Knowledge Hub.

Clear Filters

The Path to Ending Modern Slavery

The path to ending modern slavery may seem long, but if we tread it together we will secure freedom for all. A significant step along the path was taken last month, when the Australian Parliament tabled its final report, Hidden in Plain Sight, on the year-long inquiry into establishing a Modern Slavery Act in Australia.

The report recommends that the Australian Government introduce a Modern Slavery Act, similar to the UK Act introduced in 2015. With the recommendation receiving bi-partisan support, it is expected that the Modern Slavery Act will be introduced early this year.

Modern Slavery?

Slavery is officially banned by all countries, yet despite this, there are more slaves in the world than ever before. It is estimated there are over 40 million people trapped in slavery [1] – people paid no money, locked away and controlled by violence.

Today ‘modern slavery’ describes a range of exploitative practices including slavery, servitude, forced labour, child labour, forced marriage, bonded labour and other slavery-like practices.

The term ‘modern slavery’ is not a defined offence, either in existing legislation or the proposed Act. Rather, it is an umbrella term that refers to the range of exploitative practices defined in Australian and international law.

Modern slavery is often described as being ‘hidden in plain sight’. Anti-Slavery Australia describes the situation as follows:

“Human trafficking and slavery in Australia are often hidden, or hidden in plain sight. Traffickers target people made vulnerable by social, cultural or political circumstances such as recent migrants, young people and refugees. Slavery and slavery-like practices occur in industries such as the sex industry, agriculture, hospitality, construction, and in private homes and in intimate or family relationships.” [2]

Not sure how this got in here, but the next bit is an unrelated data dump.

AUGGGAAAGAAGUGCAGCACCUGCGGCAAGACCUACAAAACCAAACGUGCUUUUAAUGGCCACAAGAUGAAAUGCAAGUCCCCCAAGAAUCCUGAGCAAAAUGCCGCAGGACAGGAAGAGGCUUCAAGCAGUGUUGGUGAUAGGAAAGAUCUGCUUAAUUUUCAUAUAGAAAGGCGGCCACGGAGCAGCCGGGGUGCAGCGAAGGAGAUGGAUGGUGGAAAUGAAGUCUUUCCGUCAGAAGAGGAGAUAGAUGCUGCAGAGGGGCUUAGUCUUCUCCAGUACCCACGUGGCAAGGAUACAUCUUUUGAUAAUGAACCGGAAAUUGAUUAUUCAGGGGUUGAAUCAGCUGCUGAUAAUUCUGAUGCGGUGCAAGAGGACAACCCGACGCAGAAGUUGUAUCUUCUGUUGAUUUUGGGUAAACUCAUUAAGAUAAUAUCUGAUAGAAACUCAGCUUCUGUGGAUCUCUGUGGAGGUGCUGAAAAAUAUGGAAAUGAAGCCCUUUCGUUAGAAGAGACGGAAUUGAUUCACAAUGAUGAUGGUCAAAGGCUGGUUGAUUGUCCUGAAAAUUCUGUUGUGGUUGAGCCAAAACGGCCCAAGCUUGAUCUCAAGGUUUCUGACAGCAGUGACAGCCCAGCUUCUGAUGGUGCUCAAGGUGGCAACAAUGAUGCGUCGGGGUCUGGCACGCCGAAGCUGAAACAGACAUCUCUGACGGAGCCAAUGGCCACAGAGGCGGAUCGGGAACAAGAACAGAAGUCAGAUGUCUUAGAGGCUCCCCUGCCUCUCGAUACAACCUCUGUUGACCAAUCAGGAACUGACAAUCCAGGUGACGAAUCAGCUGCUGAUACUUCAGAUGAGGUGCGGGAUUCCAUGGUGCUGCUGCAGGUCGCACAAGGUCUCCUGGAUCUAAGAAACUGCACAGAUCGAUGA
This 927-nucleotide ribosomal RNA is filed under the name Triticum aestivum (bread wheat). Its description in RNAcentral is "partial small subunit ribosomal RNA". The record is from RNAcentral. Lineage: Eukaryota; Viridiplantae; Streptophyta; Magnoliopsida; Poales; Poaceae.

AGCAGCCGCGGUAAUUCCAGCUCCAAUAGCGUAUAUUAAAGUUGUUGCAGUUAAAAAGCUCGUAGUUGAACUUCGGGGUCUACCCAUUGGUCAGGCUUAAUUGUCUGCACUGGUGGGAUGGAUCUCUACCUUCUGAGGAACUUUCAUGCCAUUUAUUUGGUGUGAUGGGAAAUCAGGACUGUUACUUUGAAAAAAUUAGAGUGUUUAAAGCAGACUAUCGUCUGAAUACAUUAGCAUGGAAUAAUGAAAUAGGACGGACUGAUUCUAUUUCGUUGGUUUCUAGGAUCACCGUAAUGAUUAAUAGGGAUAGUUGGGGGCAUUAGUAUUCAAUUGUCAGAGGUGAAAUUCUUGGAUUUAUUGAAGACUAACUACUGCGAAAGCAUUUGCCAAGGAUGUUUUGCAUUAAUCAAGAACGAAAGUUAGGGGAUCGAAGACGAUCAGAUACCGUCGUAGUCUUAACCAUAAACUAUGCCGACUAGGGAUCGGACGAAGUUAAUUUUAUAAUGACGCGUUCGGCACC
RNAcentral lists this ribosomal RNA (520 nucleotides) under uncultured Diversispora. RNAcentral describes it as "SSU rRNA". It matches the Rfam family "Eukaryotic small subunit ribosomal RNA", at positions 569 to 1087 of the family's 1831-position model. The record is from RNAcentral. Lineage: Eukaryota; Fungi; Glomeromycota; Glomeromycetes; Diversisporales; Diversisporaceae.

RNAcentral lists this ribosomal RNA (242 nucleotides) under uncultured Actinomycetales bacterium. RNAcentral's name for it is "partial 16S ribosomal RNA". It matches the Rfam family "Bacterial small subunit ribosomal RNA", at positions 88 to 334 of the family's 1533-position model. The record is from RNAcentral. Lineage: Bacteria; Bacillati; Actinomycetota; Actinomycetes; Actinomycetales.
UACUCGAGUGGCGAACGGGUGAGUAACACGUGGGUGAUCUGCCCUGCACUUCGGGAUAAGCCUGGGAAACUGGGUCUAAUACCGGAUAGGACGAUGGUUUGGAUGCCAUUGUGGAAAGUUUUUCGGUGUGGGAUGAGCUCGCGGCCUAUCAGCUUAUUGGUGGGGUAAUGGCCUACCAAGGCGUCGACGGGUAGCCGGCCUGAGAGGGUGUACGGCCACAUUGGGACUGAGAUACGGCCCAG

For an example we need only look to the United Kingdom (UK), where three individuals were sentenced for trafficking offences on 2 January 2018 under the UK Modern Slavery Act – the first successful prosecution involving children since the laws were introduced. The trio had exploited highly vulnerable young Vietnamese women, forcing them to work 60 hour weeks in nail bars in England for little or no wages. Local police noted:

“”_they are hiding their victims in plain sight. When people go and get their nails done there can be a victim there who comes here for a better life, sometimes with debt bondage connected to families back home. They are trapped here.” [3]

There are an estimated 4,300 victims of modern slavery in Australia, with most reported cases involving forced labour[4]. However, the impact of modern slavery in Australia is far-reaching, through exposure to modern slavery risks in our supply chains.

A Modern Slavery Act for Australia

Australia already has a number of measures in place to combat modern slavery, including the offences outlined in Divisions 270 and 271 of the Criminal Code Act 1995. The aim of the Modern Slavery Act is to consolidate those measures, add to them, and also to raise awareness of the issue of slavery. The introduction of a Modern Slavery Act will shine a light on an otherwise hidden crime and bring it out of the shadows of public consciousness.

Impact on businesses operating in Australia

One of the most significant changes that would be introduced by a Modern Slavery Act is mandatory supply chain reporting for affected entities. The primary objective of those measures is to:

“”_ equip and enable the business community to respond effectively to modern slavery and develop and maintain responsible and transparent supply chains.”[5]

The table below summarises the proposed measures:

Who is affected: Entities with total revenue of $50M or above. It is anticipated that “entities” will receive a broad definition, to include companies; businesses; organisations (including religious bodies); Commonwealth Government agencies and public bodies; the Australian Government; bodies corporate; unincorporated associations or bodies of persons; sole traders; partnerships; trusts; superannuation funds; and approved deposit funds.